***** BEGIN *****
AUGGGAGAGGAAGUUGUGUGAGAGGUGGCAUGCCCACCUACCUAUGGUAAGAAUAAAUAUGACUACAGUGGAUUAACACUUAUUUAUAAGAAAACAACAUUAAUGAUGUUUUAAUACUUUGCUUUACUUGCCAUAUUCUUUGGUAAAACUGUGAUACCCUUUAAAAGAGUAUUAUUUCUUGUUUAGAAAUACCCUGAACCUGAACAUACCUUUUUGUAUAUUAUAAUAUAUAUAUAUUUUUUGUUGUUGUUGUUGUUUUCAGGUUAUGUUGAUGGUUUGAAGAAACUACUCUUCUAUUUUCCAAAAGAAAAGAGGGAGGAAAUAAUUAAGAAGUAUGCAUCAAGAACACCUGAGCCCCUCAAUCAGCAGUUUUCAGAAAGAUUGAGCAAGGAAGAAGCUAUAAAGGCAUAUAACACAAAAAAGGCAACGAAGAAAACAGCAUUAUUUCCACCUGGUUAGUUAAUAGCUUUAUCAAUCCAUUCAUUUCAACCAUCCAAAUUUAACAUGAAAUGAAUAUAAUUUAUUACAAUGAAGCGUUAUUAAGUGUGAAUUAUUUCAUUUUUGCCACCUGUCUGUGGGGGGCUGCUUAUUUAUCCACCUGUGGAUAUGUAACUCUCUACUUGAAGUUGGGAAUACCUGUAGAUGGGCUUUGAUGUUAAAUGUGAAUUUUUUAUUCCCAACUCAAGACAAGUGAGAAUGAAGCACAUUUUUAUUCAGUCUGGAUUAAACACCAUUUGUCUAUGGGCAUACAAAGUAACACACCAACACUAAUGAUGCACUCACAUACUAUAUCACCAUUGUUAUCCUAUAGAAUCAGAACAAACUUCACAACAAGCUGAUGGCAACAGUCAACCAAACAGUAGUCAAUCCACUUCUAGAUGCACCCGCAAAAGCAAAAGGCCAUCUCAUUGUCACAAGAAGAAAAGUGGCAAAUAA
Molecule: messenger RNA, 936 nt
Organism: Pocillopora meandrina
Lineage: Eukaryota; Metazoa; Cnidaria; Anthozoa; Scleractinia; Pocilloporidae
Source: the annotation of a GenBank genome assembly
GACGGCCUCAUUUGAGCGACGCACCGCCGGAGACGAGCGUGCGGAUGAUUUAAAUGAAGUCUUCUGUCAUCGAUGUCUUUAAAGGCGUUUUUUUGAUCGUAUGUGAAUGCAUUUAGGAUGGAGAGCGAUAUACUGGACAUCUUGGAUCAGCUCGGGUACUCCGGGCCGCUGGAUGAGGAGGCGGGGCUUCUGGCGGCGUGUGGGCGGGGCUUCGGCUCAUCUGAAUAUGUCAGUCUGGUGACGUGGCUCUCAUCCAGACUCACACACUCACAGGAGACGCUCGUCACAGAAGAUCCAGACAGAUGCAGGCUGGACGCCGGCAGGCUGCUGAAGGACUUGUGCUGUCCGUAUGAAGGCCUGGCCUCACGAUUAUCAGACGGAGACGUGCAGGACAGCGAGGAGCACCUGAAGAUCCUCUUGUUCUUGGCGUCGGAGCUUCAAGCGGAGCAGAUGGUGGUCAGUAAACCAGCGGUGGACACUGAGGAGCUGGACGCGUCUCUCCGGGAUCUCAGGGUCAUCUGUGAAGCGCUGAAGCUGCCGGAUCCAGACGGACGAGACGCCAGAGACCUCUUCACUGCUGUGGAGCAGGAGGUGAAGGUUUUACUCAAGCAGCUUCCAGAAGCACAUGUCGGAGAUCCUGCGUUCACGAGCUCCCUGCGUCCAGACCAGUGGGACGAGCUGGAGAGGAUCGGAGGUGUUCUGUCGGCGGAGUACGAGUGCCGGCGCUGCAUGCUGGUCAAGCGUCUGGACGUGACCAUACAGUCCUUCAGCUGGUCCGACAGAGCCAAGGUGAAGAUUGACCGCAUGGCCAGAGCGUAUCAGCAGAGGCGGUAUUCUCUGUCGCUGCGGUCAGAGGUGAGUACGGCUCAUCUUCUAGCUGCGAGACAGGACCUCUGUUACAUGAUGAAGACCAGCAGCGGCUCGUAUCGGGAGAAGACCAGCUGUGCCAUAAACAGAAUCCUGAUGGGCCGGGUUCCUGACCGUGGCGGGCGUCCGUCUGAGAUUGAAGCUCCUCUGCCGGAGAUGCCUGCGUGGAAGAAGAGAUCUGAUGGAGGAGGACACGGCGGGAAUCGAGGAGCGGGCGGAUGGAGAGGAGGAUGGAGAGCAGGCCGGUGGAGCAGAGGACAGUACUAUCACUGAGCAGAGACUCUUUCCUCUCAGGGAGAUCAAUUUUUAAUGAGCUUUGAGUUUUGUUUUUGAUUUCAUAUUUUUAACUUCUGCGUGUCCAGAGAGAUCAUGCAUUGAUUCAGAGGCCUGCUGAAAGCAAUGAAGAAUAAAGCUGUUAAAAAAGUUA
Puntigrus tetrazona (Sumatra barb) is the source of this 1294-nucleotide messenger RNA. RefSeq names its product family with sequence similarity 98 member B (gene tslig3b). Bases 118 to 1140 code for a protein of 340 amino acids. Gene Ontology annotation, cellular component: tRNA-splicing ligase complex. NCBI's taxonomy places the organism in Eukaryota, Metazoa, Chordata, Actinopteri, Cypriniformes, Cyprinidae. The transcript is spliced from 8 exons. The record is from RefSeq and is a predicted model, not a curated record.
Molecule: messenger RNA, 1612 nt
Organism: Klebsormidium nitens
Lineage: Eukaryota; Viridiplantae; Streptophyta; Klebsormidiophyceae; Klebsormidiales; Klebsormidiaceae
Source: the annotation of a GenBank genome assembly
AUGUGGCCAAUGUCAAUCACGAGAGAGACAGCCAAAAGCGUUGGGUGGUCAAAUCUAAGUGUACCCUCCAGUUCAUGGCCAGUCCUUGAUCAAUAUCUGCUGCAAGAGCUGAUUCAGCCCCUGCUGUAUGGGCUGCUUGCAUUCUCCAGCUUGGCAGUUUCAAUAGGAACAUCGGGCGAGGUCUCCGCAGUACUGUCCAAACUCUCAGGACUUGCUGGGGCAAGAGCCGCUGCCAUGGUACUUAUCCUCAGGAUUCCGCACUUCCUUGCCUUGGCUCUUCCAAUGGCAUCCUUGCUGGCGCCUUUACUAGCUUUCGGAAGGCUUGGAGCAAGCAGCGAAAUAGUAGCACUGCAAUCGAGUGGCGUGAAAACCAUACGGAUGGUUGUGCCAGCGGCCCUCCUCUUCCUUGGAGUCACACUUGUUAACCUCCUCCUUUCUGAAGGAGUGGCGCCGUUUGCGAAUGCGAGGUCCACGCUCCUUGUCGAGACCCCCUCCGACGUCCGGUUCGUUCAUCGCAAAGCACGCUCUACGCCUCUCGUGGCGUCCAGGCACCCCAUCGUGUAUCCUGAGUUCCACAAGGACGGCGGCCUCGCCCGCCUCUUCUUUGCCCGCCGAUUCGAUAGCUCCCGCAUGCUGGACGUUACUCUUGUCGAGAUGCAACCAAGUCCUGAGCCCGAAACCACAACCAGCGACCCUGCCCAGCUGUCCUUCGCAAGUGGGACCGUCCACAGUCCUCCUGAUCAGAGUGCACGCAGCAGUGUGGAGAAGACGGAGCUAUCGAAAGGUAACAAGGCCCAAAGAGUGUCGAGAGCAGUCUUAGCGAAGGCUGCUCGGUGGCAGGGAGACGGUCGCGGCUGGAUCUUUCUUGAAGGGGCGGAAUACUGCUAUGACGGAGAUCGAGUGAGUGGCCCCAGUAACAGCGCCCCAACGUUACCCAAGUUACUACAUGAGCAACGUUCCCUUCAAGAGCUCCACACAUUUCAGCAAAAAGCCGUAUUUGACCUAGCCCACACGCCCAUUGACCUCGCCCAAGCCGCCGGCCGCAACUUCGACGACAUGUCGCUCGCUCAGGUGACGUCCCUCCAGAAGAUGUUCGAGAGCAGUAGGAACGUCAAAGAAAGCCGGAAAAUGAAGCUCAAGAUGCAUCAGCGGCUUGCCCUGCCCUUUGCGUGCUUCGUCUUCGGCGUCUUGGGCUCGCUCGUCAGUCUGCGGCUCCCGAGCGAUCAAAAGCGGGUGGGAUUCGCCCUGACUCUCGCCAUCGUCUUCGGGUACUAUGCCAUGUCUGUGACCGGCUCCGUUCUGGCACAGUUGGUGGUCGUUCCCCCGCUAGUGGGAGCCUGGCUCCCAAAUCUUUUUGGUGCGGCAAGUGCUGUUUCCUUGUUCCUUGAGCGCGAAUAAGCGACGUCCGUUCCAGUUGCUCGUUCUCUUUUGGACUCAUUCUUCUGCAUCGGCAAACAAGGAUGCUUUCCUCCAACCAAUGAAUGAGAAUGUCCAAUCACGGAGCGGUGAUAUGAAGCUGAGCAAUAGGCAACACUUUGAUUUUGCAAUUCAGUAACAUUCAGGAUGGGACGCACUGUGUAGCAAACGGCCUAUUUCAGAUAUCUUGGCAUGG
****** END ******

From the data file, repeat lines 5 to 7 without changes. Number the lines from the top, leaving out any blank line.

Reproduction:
Source: the annotation of a GenBank genome assembly
GACGGCCUCAUUUGAGCGACGCACCGCCGGAGACGAGCGUGCGGAUGAUUUAAAUGAAGUCUUCUGUCAUCGAUGUCUUUAAAGGCGUUUUUUUGAUCGUAUGUGAAUGCAUUUAGGAUGGAGAGCGAUAUACUGGACAUCUUGGAUCAGCUCGGGUACUCCGGGCCGCUGGAUGAGGAGGCGGGGCUUCUGGCGGCGUGUGGGCGGGGCUUCGGCUCAUCUGAAUAUGUCAGUCUGGUGACGUGGCUCUCAUCCAGACUCACACACUCACAGGAGACGCUCGUCACAGAAGAUCCAGACAGAUGCAGGCUGGACGCCGGCAGGCUGCUGAAGGACUUGUGCUGUCCGUAUGAAGGCCUGGCCUCACGAUUAUCAGACGGAGACGUGCAGGACAGCGAGGAGCACCUGAAGAUCCUCUUGUUCUUGGCGUCGGAGCUUCAAGCGGAGCAGAUGGUGGUCAGUAAACCAGCGGUGGACACUGAGGAGCUGGACGCGUCUCUCCGGGAUCUCAGGGUCAUCUGUGAAGCGCUGAAGCUGCCGGAUCCAGACGGACGAGACGCCAGAGACCUCUUCACUGCUGUGGAGCAGGAGGUGAAGGUUUUACUCAAGCAGCUUCCAGAAGCACAUGUCGGAGAUCCUGCGUUCACGAGCUCCCUGCGUCCAGACCAGUGGGACGAGCUGGAGAGGAUCGGAGGUGUUCUGUCGGCGGAGUACGAGUGCCGGCGCUGCAUGCUGGUCAAGCGUCUGGACGUGACCAUACAGUCCUUCAGCUGGUCCGACAGAGCCAAGGUGAAGAUUGACCGCAUGGCCAGAGCGUAUCAGCAGAGGCGGUAUUCUCUGUCGCUGCGGUCAGAGGUGAGUACGGCUCAUCUUCUAGCUGCGAGACAGGACCUCUGUUACAUGAUGAAGACCAGCAGCGGCUCGUAUCGGGAGAAGACCAGCUGUGCCAUAAACAGAAUCCUGAUGGGCCGGGUUCCUGACCGUGGCGGGCGUCCGUCUGAGAUUGAAGCUCCUCUGCCGGAGAUGCCUGCGUGGAAGAAGAGAUCUGAUGGAGGAGGACACGGCGGGAAUCGAGGAGCGGGCGGAUGGAGAGGAGGAUGGAGAGCAGGCCGGUGGAGCAGAGGACAGUACUAUCACUGAGCAGAGACUCUUUCCUCUCAGGGAGAUCAAUUUUUAAUGAGCUUUGAGUUUUGUUUUUGAUUUCAUAUUUUUAACUUCUGCGUGUCCAGAGAGAUCAUGCAUUGAUUCAGAGGCCUGCUGAAAGCAAUGAAGAAUAAAGCUGUUAAAAAAGUUA
Puntigrus tetrazona (Sumatra barb) is the source of this 1294-nucleotide messenger RNA. RefSeq names its product family with sequence similarity 98 member B (gene tslig3b). Bases 118 to 1140 code for a protein of 340 amino acids. Gene Ontology annotation, cellular component: tRNA-splicing ligase complex. NCBI's taxonomy places the organism in Eukaryota, Metazoa, Chordata, Actinopteri, Cypriniformes, Cyprinidae. The transcript is spliced from 8 exons. The record is from RefSeq and is a predicted model, not a curated record.